In my dreams.
I got a phone call from a potential student who wanted to know how long it would take to break into the voice-over business.
He had no training, no equipment, no experience, and no patience. When I asked him how much he was willing to invest, it turned out he had no money either.
What a brilliant start!
“But I have a profile on voices.com,” he said proudly.
“How did you pull that off?” I wondered.
“I just recorded a few things on my friend’s computer so I would have some demos, and they accepted me straight away. They must think I have potential, right?”
“Listen carefully,” I said, “these people would accept a talking parrot for a new member as long as it presented a credit card that wasn’t expired. In fact, I believe I’ve heard a few of our feathered friends on that site, and they all sound very much like Gilbert Gottfried.”
“Oh, I can do a Gilbert Gottfried for you,” said my aspiring voice-over enthusiastically. “Just give me a few seconds to get into character.”
“Please don’t,” I begged, but it was too late. I had to hold the phone a mile away from my ear in order to avoid permanent hearing loss.
After one of the most painful minutes of my life listening to the sound of an Aflac duck being strangled, I had had enough, and shouted:
“GILBERT, YOU’RE FIRED!”
“That’s so funny,” giggled the voice on the other end of the line. “Gottfried lost his job after making a tsunami joke. I must have sounded pretty convincing.”
“To tell you the truth, you sounded more like a dead parrot to me, my friend. Had you gone on for much longer, my neighbors would have reported me to the police for cruelty to animals. I’m sure they could hear every wretched noise you just made.”
“Speaking of dead parrots,” the aspiring student continued unabashed, “I can also do a mean John Cleese impression. And without skipping a beat he yelled:
‘Ello, Miss, I wish to complain about this parrot what I purchased not half an hour ago from this very boutique.’
“Before you go any further, Mr. Cleese,” I interrupted, “I have an admission to make.”
‘ELLO POLLY!!!!! Testing! Testing! Testing! Testing!’ the guy continued, but the moment he took a breath I seized the opportunity and said:
“You are extremely talented…”
The blissful silence that followed these glorious words lasted precisely two seconds.
“Do you really think so?” the impersonator whispered.
at pissing people off, Pet Shop man,” I continued. “Let me give it to you plain and simple:
If you go on like this, I can pretty much guarantee that you’ll never get a second chance to make a first impression. Right now, your voice-over career is as dead in the water as Monty Python’s Norwegian Blue. It’s stone dead. It has ceased to be. It’s expired, and gone to meet its maker. Bereft of life. It’s kicked the bucket, and joined the bleedin’ choir invisible…”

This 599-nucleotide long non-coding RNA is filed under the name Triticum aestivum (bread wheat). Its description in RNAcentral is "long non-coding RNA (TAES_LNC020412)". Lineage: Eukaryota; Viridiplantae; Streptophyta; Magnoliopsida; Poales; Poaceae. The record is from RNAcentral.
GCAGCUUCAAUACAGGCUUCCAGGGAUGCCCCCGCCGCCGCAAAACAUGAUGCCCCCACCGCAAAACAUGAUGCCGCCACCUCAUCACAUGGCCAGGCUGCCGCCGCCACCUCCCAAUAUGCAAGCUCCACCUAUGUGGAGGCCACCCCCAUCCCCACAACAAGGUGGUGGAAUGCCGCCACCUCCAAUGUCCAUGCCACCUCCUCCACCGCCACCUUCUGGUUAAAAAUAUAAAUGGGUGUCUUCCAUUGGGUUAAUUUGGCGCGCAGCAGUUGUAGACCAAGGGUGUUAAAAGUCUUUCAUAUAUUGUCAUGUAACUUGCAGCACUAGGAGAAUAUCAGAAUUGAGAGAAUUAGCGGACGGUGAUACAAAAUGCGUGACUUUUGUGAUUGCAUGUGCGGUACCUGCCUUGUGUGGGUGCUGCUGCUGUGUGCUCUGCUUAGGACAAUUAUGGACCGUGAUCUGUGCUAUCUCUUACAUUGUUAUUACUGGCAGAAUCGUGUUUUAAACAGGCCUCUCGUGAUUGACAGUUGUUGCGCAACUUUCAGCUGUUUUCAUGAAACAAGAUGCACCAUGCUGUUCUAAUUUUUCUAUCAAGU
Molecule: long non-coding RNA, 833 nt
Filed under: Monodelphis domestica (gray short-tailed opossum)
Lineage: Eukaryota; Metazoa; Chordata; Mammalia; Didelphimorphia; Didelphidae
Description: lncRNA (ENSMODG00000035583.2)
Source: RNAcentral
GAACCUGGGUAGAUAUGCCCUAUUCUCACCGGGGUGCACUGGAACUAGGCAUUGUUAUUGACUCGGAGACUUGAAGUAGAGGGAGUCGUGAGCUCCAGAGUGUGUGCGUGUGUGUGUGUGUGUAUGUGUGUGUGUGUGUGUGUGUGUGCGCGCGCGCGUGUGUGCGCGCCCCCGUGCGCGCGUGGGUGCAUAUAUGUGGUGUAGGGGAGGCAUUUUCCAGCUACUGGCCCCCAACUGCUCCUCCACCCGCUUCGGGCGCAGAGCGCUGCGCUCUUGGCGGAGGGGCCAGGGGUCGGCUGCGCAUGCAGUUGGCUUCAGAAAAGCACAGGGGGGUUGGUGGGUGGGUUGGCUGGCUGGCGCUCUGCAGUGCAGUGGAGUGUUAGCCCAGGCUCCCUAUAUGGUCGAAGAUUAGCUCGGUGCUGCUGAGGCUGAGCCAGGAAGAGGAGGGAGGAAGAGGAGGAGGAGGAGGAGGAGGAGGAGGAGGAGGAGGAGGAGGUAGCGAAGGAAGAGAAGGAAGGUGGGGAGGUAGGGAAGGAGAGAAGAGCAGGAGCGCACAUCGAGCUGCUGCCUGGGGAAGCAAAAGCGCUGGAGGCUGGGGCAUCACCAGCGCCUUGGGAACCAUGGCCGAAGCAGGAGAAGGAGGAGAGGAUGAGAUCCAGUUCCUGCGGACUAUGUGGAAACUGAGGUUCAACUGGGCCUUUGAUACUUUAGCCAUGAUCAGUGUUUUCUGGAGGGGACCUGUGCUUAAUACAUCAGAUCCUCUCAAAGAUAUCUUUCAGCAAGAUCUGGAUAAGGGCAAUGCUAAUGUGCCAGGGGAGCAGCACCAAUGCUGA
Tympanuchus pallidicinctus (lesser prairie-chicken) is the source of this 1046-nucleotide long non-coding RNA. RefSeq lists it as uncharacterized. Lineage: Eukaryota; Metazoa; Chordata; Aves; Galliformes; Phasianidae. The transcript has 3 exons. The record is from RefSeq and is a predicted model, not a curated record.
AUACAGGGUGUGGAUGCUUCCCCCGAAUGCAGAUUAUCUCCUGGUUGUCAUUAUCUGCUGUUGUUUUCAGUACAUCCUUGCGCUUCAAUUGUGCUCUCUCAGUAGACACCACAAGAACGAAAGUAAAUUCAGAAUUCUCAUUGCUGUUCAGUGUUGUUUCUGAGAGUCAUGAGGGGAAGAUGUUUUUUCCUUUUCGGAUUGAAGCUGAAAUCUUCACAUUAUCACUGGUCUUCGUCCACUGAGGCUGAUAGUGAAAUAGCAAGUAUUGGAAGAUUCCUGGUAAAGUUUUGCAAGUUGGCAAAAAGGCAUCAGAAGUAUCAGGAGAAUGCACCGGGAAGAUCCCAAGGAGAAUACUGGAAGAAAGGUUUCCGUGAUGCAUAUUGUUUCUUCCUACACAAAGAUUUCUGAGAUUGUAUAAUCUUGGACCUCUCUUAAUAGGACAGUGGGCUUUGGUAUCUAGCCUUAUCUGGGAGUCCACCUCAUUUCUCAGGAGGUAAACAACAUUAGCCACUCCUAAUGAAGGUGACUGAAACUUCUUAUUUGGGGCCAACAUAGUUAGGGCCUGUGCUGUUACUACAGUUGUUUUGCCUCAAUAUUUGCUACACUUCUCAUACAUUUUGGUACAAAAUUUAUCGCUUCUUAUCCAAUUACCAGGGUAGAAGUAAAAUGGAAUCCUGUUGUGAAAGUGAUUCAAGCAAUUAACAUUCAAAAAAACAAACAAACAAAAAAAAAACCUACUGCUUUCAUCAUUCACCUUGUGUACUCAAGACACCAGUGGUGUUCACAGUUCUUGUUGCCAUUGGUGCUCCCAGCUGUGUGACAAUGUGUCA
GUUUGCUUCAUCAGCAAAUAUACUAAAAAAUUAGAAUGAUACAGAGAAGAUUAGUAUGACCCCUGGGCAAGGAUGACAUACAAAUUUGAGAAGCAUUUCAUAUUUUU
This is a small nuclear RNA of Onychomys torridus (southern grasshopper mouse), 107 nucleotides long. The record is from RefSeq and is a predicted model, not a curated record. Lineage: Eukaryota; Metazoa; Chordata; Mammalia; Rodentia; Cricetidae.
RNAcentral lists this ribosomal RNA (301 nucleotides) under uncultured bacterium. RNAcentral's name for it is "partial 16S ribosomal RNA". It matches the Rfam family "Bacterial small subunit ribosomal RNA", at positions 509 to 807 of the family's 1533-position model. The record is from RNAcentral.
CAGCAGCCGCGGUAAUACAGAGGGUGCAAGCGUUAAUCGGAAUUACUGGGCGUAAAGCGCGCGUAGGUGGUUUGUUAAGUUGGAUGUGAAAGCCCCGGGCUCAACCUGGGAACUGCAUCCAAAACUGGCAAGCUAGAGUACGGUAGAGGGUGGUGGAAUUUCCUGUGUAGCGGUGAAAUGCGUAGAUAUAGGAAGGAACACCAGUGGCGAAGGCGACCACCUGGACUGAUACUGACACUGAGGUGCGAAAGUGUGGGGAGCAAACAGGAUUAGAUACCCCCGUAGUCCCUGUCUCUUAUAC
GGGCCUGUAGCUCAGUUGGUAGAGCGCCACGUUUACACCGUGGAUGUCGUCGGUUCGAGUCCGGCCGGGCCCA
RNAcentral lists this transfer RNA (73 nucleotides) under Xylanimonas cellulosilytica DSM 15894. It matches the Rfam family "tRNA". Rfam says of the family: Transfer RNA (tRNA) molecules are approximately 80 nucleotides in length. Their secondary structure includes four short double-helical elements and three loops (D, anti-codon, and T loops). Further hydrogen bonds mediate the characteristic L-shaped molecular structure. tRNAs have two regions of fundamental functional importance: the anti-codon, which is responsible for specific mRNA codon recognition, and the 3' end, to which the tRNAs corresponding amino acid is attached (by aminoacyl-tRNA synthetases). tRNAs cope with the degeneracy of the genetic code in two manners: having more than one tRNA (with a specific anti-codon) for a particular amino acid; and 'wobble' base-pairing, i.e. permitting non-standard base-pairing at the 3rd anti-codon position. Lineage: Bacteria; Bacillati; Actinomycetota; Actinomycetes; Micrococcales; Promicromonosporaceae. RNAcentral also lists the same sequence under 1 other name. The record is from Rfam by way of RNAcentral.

“Alright, alright… I get it,” said the voice-over wannabe. “But you have to help me out here. I came to you for some coaching. Not to have an argument. I told you that at the beginning.”
“No you didn’t” I said.
“Yes I did,” he said.
“You did not!”
“I’m telling you I did!”
“You did not!”
“Oh this is futile,” he said.”
“At last we agree on something,” I replied. “From what I’ve heard so far, you’re as good at doing voice-overs as Basil Fawlty was at running a hotel.”
“Coming from you, that means a lot,” the guy said. “I appreciate your honesty. Will you be my coach?”
“Don’t be ridiculous,” I exclaimed. “I just insulted you, and you want to be my student? What are you? A masochist? I don’t think you’re cut out for this sort of work.”
“But for the past few months this has been my dream,” he stammered. “Right now I work at Holiday Hair, and I hate it. I have this terrible un-un-uncontrollable fear whenever I see hair. When I was a kid I used to hate the sight of hair being cut. My mother said I was a fool. She said the only way to cure it was to become a hairdresser. Guess what? It didn’t work.”
He let out a deep, sad sigh.
“Mr. Strikwerda, If I can’t do voice-overs, what else am I to do?”
I knew I couldn’t leave the guy hanging. He had a good sense of humor, and I wanted him to get something out of our conversation. What was I to do? All of a sudden I knew the perfect answer.
“Listen, I said… why don’t you… why don’t you become a… LUMBERJACK!”
“Leaping from tree to tree as they float down the mighty rivers of British Columbia,” he continued.
“The giant redwood, the larch, the fir, the mighty scots pine…”
“If I ever want to get rid of this lad, I have to stop feeding him lines,” I said to myself. After taking a sip of water I got back into the conversation.
“You know my name. What’s yours?” I asked.
“Michael,” he said. “I was named after Michael Palin.”
“How surprising,” I thought.
“Well, Michael, I tell you what. Why don’t you take one of your demos, and send it to the Voice Arts™ Awards. If you win, I’ll give you five free coaching sessions. How does that sound?”
“Are you serious?” he asked. “That’s amazing! Thank you. Now I feel much more optimistic.”
“That’s the spirit!” I said. “You know what they say: ‘Always look on the bright side of life.'”
Michael laughed, and replied on cue:
“Nudge, nudge. Say no more!”
Paul Strikwerda (and Monty Pyton) ©nethervoice
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